Getting a swarm definitely would be the way to go! Swarms are great because having overwintered in Colorado, they are more in touch with the local climate and since by swarming they have had the freedom to follow their natural instinct, these bees generally seem more vibrant and full of life too.

      If you are interested in getting a swarm, we have a swarm hotline number you can call to get on the list to for a swarm this year. The Swarm Hotline number is: 303-475-8665.

      Also, it might be an idea to take an intro class so that you are more familiar with bees and the approach to working with them as a bee guardian in a natural and chemical free way. We are actually offering a beginning beekeeping class this Saturday, May 4th from 10- 4 taught by Corwin Bell that includes the basics of getting started with a new hive.

      For more info or to sign up for the class visit: http://www.backyardhive.com/Natural_Beekeeping_Classes/

      Even though it’s been a bumpy start, keep at it! Bees are wonderful creatures to work with and your hives look awesome!! (I love the legs they are resting on.)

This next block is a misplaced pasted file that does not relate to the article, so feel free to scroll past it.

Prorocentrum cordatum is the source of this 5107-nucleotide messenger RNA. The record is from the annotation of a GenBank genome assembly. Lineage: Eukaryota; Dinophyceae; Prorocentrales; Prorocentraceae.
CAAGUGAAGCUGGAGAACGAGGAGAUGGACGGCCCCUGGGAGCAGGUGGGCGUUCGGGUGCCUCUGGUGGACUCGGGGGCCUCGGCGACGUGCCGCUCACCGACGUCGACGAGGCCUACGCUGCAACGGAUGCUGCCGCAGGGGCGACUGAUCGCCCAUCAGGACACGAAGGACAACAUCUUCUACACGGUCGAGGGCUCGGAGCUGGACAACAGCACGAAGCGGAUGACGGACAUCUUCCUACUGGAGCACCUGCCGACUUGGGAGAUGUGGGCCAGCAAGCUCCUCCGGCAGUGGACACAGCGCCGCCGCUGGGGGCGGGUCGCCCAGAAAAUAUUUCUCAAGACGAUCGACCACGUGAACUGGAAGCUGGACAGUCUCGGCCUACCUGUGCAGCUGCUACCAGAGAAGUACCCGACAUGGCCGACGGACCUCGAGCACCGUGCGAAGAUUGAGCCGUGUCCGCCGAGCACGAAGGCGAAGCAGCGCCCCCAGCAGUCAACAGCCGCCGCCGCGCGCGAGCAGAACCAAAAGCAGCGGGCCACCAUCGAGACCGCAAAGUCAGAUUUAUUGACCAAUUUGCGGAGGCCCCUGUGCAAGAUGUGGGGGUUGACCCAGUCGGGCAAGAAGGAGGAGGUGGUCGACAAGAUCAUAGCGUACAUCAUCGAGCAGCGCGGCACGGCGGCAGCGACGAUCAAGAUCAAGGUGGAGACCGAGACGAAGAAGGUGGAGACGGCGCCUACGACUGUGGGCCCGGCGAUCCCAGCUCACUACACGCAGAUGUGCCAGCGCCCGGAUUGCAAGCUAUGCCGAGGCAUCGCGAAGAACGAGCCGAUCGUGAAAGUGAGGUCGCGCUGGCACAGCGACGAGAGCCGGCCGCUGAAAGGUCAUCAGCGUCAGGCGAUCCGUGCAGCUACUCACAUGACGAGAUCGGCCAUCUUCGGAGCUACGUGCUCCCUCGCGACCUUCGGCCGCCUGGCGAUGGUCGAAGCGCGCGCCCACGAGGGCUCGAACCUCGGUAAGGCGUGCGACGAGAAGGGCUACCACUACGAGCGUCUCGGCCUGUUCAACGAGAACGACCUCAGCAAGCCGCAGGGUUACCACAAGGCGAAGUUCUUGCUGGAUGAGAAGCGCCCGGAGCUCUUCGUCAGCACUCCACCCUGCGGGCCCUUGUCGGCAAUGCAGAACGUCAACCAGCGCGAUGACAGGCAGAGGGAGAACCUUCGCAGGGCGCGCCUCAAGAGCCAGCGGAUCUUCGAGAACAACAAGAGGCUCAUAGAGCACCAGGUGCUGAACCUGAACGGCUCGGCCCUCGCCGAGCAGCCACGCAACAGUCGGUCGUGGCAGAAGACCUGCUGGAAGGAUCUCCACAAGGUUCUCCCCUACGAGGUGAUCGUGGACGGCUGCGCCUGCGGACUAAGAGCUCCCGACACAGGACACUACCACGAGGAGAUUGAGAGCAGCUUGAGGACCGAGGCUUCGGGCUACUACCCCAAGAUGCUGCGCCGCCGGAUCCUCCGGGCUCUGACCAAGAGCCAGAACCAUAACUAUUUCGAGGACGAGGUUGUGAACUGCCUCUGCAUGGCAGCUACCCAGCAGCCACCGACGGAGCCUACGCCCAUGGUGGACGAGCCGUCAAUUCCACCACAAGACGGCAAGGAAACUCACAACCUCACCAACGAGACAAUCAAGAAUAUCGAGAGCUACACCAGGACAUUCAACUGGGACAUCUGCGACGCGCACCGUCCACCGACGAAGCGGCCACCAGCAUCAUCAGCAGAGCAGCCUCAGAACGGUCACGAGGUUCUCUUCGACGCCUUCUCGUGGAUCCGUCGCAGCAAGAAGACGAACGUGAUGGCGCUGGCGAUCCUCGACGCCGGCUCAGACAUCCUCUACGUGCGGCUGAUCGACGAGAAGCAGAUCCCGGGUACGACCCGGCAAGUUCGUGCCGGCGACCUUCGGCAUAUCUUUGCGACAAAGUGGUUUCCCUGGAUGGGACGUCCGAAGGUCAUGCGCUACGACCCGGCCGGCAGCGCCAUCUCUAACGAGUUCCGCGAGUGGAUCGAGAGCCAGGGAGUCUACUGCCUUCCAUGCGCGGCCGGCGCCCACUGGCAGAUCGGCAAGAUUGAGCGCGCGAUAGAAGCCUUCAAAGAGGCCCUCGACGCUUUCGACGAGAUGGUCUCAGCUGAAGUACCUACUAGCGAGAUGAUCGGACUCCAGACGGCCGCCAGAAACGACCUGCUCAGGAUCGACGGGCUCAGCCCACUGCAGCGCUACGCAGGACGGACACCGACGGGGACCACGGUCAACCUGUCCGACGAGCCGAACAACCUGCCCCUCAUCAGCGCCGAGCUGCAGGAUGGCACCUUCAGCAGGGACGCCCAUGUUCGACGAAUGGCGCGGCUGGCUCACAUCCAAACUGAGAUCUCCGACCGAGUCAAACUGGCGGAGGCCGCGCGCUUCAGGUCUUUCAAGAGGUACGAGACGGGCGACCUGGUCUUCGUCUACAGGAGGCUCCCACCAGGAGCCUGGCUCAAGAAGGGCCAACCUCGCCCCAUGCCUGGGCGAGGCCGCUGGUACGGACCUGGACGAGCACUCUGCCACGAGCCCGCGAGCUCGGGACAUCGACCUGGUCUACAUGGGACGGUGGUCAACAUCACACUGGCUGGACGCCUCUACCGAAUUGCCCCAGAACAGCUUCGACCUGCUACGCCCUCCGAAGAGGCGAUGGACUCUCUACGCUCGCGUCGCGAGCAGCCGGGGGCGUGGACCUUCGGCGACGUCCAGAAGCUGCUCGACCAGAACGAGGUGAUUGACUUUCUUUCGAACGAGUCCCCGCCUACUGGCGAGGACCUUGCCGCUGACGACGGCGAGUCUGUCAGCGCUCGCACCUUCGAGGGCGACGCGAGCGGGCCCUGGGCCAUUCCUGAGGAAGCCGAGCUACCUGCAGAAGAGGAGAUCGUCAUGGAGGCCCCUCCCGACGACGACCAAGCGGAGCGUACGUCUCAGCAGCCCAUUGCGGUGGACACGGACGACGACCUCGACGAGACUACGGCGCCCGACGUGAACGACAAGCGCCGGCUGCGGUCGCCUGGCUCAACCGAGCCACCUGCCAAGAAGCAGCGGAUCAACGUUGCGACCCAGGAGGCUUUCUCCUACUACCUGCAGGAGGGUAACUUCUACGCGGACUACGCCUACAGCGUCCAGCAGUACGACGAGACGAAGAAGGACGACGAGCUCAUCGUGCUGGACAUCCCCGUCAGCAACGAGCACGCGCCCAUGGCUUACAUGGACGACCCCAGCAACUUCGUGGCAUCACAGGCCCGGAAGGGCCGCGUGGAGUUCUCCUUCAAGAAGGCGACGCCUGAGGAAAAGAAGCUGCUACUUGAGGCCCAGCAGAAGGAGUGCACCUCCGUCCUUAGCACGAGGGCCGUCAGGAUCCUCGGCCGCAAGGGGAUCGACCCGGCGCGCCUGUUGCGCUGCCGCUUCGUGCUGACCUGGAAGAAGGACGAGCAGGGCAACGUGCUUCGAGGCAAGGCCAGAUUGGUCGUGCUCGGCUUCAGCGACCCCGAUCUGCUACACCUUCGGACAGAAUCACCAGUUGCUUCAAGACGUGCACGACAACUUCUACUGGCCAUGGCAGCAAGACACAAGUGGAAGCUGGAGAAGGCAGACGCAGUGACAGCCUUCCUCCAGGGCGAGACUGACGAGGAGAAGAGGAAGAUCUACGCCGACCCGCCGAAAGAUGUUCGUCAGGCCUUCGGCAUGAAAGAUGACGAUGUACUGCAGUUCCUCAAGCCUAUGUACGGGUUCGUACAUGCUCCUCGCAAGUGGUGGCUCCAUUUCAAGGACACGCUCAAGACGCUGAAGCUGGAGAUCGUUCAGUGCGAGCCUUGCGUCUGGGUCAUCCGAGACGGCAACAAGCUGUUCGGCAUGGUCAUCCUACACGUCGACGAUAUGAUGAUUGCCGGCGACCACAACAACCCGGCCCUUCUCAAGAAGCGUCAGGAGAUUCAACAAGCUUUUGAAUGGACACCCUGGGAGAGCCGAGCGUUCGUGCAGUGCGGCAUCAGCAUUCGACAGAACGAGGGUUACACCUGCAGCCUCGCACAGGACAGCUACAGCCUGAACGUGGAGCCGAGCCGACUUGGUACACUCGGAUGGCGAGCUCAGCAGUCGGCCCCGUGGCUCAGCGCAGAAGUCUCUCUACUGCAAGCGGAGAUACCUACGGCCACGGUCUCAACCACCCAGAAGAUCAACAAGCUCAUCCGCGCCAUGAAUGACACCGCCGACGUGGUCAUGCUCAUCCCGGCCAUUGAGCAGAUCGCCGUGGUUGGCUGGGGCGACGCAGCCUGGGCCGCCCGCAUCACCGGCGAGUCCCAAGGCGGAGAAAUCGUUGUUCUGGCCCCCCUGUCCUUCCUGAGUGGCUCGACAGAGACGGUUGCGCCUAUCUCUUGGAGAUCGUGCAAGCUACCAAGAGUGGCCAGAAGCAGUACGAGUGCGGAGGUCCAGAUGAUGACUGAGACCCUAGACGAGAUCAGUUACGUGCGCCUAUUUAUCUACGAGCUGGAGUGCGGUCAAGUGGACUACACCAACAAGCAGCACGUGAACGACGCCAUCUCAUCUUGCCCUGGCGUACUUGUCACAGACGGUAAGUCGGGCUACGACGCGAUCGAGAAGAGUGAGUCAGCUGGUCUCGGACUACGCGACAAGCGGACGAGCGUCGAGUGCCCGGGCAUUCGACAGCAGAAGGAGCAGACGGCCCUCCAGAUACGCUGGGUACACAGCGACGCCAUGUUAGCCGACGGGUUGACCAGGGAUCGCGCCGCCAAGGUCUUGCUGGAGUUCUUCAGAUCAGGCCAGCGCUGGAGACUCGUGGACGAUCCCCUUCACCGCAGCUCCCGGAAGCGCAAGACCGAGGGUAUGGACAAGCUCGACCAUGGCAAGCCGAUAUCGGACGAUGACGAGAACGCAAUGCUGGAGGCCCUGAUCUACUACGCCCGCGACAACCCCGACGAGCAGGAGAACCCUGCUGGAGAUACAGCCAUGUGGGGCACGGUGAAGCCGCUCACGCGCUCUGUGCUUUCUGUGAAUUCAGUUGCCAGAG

• Charles


        I took a year off from bee guardianship. My last hive froze. My total bad. I have always use swarms in the past and recommend this as well. This year I bought a package from Growing Gardens. It was pricey but it is one of their major fundraisers and I did not mind too much. The package I bought almost left. They had swarmed on my fence but decided at night fall to accept their new home. I think packages have a really hard time finding their bearings and I believe that mine decided to stay because of the very close by flowering trees. Good luck with your adventure the payoff is much greater than the honey.


  2. Hi Claire- you wouldn’t happen to be the same Claire I met on Luanne’s beach (Kootenay lake) last week?